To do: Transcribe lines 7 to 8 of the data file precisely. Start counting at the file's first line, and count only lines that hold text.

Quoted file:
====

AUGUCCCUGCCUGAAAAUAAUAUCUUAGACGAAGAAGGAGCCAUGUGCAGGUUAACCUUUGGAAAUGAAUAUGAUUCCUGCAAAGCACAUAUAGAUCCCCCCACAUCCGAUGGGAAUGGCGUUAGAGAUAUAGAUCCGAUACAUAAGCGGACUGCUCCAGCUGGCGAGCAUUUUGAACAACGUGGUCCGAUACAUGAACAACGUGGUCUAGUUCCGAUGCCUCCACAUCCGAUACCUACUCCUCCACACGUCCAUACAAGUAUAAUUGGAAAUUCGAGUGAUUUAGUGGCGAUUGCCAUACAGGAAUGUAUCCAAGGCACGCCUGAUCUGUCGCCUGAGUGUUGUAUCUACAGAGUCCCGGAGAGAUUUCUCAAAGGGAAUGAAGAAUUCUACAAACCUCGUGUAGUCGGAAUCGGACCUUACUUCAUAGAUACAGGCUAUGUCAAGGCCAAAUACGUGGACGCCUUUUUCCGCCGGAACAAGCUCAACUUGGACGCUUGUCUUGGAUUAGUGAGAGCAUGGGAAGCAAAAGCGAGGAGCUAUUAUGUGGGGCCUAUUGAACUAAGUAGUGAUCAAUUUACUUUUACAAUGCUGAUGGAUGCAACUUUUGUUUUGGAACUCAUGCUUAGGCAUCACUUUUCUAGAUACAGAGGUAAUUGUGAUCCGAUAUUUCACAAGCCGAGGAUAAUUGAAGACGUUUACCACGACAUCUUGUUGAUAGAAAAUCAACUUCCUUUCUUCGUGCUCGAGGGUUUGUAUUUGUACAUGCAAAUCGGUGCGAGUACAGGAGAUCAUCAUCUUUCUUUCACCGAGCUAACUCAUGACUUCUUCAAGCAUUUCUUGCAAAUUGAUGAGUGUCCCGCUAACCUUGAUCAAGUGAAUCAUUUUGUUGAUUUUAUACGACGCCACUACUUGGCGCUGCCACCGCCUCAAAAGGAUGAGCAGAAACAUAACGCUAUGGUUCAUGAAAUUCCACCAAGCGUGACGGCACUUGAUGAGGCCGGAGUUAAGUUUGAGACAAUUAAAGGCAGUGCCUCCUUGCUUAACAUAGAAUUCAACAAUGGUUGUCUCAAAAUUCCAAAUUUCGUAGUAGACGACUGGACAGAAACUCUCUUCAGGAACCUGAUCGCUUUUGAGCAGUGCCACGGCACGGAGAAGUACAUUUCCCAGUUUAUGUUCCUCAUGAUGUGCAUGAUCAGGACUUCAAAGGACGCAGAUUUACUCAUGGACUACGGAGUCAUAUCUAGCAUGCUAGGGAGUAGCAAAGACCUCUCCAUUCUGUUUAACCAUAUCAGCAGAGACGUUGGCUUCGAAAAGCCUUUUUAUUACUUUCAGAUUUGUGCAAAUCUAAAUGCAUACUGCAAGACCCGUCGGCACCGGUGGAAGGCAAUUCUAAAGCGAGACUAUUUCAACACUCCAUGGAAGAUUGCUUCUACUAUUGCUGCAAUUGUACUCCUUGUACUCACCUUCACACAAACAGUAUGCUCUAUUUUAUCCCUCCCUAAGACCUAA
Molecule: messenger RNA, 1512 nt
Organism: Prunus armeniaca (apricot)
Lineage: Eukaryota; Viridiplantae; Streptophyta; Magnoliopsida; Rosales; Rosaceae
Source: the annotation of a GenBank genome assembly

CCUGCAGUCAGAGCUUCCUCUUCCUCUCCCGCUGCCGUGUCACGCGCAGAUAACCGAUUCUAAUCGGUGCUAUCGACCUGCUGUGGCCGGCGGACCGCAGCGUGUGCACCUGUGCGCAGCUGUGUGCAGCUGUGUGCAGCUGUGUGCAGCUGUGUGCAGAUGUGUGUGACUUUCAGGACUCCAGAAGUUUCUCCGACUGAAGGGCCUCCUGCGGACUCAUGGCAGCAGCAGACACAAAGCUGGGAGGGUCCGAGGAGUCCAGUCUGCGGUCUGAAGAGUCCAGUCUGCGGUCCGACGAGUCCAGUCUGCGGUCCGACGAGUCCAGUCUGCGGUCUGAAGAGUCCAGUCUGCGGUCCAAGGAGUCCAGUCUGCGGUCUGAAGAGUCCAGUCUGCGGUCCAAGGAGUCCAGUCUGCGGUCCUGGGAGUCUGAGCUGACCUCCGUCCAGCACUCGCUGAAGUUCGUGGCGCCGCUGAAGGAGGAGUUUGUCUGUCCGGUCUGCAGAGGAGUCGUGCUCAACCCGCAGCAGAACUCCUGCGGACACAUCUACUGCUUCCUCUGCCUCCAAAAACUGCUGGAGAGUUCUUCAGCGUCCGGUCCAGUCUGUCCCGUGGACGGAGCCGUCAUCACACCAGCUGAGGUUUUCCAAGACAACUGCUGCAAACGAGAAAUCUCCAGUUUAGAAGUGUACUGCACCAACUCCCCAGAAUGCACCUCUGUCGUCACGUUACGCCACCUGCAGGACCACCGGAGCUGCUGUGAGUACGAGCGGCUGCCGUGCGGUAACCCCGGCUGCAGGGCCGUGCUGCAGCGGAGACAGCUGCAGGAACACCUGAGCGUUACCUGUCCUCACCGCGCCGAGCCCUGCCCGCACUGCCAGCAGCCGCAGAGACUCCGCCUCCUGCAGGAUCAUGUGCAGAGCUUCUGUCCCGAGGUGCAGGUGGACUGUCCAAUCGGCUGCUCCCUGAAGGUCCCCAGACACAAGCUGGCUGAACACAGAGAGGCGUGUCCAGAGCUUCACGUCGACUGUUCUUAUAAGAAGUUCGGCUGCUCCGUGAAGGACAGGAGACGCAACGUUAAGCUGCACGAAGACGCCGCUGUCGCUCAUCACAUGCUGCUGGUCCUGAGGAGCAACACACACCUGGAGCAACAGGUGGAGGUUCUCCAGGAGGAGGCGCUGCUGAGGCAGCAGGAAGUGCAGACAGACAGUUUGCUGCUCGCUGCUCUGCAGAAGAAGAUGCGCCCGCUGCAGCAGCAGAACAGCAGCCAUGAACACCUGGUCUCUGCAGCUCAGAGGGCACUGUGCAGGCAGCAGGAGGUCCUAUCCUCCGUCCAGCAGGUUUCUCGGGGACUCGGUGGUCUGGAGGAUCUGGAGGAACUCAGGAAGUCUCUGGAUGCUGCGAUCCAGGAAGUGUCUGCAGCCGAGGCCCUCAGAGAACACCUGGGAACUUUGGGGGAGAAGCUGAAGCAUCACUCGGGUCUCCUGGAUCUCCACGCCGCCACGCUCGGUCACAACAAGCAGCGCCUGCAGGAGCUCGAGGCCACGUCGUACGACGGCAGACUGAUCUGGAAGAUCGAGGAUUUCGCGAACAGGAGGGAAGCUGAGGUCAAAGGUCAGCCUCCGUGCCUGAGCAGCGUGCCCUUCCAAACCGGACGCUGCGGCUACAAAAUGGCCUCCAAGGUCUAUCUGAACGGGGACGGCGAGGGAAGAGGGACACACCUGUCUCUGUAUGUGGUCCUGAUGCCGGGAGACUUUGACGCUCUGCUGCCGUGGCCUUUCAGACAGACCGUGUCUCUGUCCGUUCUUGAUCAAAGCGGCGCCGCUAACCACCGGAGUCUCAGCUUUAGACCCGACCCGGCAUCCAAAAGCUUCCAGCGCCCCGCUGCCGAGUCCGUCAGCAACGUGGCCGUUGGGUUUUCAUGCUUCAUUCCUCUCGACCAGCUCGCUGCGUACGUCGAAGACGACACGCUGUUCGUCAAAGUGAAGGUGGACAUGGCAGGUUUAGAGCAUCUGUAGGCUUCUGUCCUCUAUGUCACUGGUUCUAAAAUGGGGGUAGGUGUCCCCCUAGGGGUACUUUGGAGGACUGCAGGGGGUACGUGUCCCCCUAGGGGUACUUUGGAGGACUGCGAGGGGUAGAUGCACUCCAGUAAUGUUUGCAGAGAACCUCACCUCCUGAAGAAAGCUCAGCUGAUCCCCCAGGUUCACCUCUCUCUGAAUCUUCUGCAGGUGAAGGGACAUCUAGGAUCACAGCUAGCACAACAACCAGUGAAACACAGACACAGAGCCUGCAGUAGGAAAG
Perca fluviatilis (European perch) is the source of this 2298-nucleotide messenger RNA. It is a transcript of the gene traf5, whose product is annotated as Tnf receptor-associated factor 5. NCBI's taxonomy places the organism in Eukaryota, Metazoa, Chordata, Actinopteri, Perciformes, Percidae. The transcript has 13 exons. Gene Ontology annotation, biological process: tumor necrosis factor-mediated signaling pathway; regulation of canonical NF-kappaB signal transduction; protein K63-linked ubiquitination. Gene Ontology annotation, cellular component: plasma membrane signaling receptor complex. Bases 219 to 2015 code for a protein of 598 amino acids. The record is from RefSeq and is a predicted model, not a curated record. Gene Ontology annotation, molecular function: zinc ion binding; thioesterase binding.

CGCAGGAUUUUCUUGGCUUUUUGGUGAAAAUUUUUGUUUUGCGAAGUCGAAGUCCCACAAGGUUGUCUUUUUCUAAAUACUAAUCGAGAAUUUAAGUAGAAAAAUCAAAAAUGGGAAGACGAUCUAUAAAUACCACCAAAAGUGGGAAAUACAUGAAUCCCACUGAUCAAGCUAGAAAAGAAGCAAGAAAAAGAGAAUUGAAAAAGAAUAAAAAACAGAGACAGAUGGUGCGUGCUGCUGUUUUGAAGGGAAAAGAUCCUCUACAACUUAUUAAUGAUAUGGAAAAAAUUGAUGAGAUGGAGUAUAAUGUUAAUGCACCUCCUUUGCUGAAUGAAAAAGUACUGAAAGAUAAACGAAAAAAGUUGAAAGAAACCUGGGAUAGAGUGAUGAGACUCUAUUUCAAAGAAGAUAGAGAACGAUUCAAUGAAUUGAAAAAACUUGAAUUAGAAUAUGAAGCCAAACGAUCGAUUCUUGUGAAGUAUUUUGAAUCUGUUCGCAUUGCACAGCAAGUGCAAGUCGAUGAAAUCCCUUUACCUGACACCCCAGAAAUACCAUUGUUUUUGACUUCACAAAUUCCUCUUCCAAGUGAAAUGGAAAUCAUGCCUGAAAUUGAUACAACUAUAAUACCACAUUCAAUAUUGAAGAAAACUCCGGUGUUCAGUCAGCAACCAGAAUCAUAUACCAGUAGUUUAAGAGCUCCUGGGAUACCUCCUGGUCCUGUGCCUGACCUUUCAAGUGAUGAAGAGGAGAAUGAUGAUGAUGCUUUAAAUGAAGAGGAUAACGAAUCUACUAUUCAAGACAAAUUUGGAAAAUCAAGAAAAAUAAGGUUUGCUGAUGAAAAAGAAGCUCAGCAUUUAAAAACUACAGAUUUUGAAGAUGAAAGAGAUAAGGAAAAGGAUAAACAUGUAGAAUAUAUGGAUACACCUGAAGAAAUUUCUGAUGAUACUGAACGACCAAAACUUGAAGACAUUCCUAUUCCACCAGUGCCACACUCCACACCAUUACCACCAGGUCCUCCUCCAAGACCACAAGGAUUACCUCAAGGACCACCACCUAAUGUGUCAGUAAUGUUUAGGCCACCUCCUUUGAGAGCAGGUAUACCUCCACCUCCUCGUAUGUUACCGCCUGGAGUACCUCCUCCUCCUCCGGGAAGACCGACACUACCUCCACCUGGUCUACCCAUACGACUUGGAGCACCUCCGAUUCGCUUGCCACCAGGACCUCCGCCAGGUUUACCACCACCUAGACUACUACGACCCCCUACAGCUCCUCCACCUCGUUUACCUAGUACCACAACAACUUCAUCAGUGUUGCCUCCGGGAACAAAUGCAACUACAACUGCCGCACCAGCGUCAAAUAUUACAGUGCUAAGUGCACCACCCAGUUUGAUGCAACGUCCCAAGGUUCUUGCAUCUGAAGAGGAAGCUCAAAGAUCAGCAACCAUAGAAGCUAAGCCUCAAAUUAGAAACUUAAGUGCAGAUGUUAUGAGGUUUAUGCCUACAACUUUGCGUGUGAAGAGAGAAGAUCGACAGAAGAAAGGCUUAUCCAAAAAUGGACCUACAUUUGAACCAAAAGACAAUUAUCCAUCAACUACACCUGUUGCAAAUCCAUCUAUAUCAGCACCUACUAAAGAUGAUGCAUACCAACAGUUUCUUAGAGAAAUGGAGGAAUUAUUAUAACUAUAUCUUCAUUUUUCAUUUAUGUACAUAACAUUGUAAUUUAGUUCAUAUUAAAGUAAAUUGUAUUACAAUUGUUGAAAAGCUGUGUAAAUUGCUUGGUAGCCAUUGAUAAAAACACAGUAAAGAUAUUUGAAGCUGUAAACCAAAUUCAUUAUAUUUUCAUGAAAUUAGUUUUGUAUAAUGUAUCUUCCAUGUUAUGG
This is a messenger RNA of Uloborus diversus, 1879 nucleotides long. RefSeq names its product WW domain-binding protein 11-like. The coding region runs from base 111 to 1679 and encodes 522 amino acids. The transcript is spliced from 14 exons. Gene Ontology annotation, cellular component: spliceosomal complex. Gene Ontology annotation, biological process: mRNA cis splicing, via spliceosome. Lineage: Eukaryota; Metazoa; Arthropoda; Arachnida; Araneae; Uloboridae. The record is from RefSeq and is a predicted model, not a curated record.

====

Perca fluviatilis (European perch) is the source of this 2298-nucleotide messenger RNA. It is a transcript of the gene traf5, whose product is annotated as Tnf receptor-associated factor 5. NCBI's taxonomy places the organism in Eukaryota, Metazoa, Chordata, Actinopteri, Perciformes, Percidae. The transcript has 13 exons. Gene Ontology annotation, biological process: tumor necrosis factor-mediated signaling pathway; regulation of canonical NF-kappaB signal transduction; protein K63-linked ubiquitination. Gene Ontology annotation, cellular component: plasma membrane signaling receptor complex. Bases 219 to 2015 code for a protein of 598 amino acids. The record is from RefSeq and is a predicted model, not a curated record. Gene Ontology annotation, molecular function: zinc ion binding; thioesterase binding.

CGCAGGAUUUUCUUGGCUUUUUGGUGAAAAUUUUUGUUUUGCGAAGUCGAAGUCCCACAAGGUUGUCUUUUUCUAAAUACUAAUCGAGAAUUUAAGUAGAAAAAUCAAAAAUGGGAAGACGAUCUAUAAAUACCACCAAAAGUGGGAAAUACAUGAAUCCCACUGAUCAAGCUAGAAAAGAAGCAAGAAAAAGAGAAUUGAAAAAGAAUAAAAAACAGAGACAGAUGGUGCGUGCUGCUGUUUUGAAGGGAAAAGAUCCUCUACAACUUAUUAAUGAUAUGGAAAAAAUUGAUGAGAUGGAGUAUAAUGUUAAUGCACCUCCUUUGCUGAAUGAAAAAGUACUGAAAGAUAAACGAAAAAAGUUGAAAGAAACCUGGGAUAGAGUGAUGAGACUCUAUUUCAAAGAAGAUAGAGAACGAUUCAAUGAAUUGAAAAAACUUGAAUUAGAAUAUGAAGCCAAACGAUCGAUUCUUGUGAAGUAUUUUGAAUCUGUUCGCAUUGCACAGCAAGUGCAAGUCGAUGAAAUCCCUUUACCUGACACCCCAGAAAUACCAUUGUUUUUGACUUCACAAAUUCCUCUUCCAAGUGAAAUGGAAAUCAUGCCUGAAAUUGAUACAACUAUAAUACCACAUUCAAUAUUGAAGAAAACUCCGGUGUUCAGUCAGCAACCAGAAUCAUAUACCAGUAGUUUAAGAGCUCCUGGGAUACCUCCUGGUCCUGUGCCUGACCUUUCAAGUGAUGAAGAGGAGAAUGAUGAUGAUGCUUUAAAUGAAGAGGAUAACGAAUCUACUAUUCAAGACAAAUUUGGAAAAUCAAGAAAAAUAAGGUUUGCUGAUGAAAAAGAAGCUCAGCAUUUAAAAACUACAGAUUUUGAAGAUGAAAGAGAUAAGGAAAAGGAUAAACAUGUAGAAUAUAUGGAUACACCUGAAGAAAUUUCUGAUGAUACUGAACGACCAAAACUUGAAGACAUUCCUAUUCCACCAGUGCCACACUCCACACCAUUACCACCAGGUCCUCCUCCAAGACCACAAGGAUUACCUCAAGGACCACCACCUAAUGUGUCAGUAAUGUUUAGGCCACCUCCUUUGAGAGCAGGUAUACCUCCACCUCCUCGUAUGUUACCGCCUGGAGUACCUCCUCCUCCUCCGGGAAGACCGACACUACCUCCACCUGGUCUACCCAUACGACUUGGAGCACCUCCGAUUCGCUUGCCACCAGGACCUCCGCCAGGUUUACCACCACCUAGACUACUACGACCCCCUACAGCUCCUCCACCUCGUUUACCUAGUACCACAACAACUUCAUCAGUGUUGCCUCCGGGAACAAAUGCAACUACAACUGCCGCACCAGCGUCAAAUAUUACAGUGCUAAGUGCACCACCCAGUUUGAUGCAACGUCCCAAGGUUCUUGCAUCUGAAGAGGAAGCUCAAAGAUCAGCAACCAUAGAAGCUAAGCCUCAAAUUAGAAACUUAAGUGCAGAUGUUAUGAGGUUUAUGCCUACAACUUUGCGUGUGAAGAGAGAAGAUCGACAGAAGAAAGGCUUAUCCAAAAAUGGACCUACAUUUGAACCAAAAGACAAUUAUCCAUCAACUACACCUGUUGCAAAUCCAUCUAUAUCAGCACCUACUAAAGAUGAUGCAUACCAACAGUUUCUUAGAGAAAUGGAGGAAUUAUUAUAACUAUAUCUUCAUUUUUCAUUUAUGUACAUAACAUUGUAAUUUAGUUCAUAUUAAAGUAAAUUGUAUUACAAUUGUUGAAAAGCUGUGUAAAUUGCUUGGUAGCCAUUGAUAAAAACACAGUAAAGAUAUUUGAAGCUGUAAACCAAAUUCAUUAUAUUUUCAUGAAAUUAGUUUUGUAUAAUGUAUCUUCCAUGUUAUGG